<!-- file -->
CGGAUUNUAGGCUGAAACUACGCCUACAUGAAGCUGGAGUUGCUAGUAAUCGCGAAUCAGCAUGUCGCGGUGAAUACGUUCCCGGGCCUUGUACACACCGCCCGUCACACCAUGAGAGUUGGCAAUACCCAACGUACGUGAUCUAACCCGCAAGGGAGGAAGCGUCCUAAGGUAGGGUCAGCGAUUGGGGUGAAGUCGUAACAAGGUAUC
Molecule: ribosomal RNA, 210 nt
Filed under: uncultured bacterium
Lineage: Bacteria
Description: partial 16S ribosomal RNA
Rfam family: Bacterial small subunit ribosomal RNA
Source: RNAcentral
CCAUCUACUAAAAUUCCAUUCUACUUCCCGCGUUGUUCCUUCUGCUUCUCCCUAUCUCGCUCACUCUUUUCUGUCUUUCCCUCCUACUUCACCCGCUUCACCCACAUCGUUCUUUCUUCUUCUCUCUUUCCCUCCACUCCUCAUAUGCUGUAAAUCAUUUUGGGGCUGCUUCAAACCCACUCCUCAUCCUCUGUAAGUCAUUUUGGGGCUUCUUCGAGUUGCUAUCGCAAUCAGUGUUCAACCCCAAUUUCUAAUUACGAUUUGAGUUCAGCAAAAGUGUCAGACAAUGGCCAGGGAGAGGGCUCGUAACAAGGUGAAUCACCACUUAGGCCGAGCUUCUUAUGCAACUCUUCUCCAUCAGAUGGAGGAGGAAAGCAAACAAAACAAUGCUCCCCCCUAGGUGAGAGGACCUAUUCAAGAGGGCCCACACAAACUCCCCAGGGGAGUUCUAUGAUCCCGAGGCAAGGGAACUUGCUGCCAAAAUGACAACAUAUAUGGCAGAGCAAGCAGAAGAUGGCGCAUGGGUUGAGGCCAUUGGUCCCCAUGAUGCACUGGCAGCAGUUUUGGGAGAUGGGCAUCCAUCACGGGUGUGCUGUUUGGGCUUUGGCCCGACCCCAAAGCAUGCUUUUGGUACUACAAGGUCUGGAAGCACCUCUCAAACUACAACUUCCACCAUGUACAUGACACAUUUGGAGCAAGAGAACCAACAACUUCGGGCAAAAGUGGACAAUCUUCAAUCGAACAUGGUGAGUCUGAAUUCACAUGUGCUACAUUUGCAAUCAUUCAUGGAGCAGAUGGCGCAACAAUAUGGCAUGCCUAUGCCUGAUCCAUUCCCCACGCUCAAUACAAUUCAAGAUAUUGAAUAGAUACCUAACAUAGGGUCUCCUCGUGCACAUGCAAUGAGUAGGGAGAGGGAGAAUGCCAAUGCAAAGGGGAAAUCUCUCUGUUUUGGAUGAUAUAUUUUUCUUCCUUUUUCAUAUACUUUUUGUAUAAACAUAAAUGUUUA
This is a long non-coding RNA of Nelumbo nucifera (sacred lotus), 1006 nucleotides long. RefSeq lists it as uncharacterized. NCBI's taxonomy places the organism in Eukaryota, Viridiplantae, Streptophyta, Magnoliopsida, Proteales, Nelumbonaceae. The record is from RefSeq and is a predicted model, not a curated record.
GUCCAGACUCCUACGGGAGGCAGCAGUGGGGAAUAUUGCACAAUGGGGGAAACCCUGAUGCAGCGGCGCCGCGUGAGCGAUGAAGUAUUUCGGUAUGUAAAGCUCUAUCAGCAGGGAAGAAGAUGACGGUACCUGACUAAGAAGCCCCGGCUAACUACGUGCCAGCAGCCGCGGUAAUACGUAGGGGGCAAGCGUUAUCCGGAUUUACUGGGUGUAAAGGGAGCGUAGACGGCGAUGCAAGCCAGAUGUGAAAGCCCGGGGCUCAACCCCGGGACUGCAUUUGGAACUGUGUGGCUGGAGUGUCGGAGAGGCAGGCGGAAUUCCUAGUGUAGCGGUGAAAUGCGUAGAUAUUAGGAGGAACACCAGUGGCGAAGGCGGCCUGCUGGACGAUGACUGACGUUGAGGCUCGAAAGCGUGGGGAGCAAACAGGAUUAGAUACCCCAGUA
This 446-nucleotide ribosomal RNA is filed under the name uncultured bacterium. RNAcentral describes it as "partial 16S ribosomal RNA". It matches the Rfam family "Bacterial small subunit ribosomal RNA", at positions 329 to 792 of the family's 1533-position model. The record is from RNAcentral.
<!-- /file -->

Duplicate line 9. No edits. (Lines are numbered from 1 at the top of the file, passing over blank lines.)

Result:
This is a long non-coding RNA of Nelumbo nucifera (sacred lotus), 1006 nucleotides long. RefSeq lists it as uncharacterized. NCBI's taxonomy places the organism in Eukaryota, Viridiplantae, Streptophyta, Magnoliopsida, Proteales, Nelumbonaceae. The record is from RefSeq and is a predicted model, not a curated record.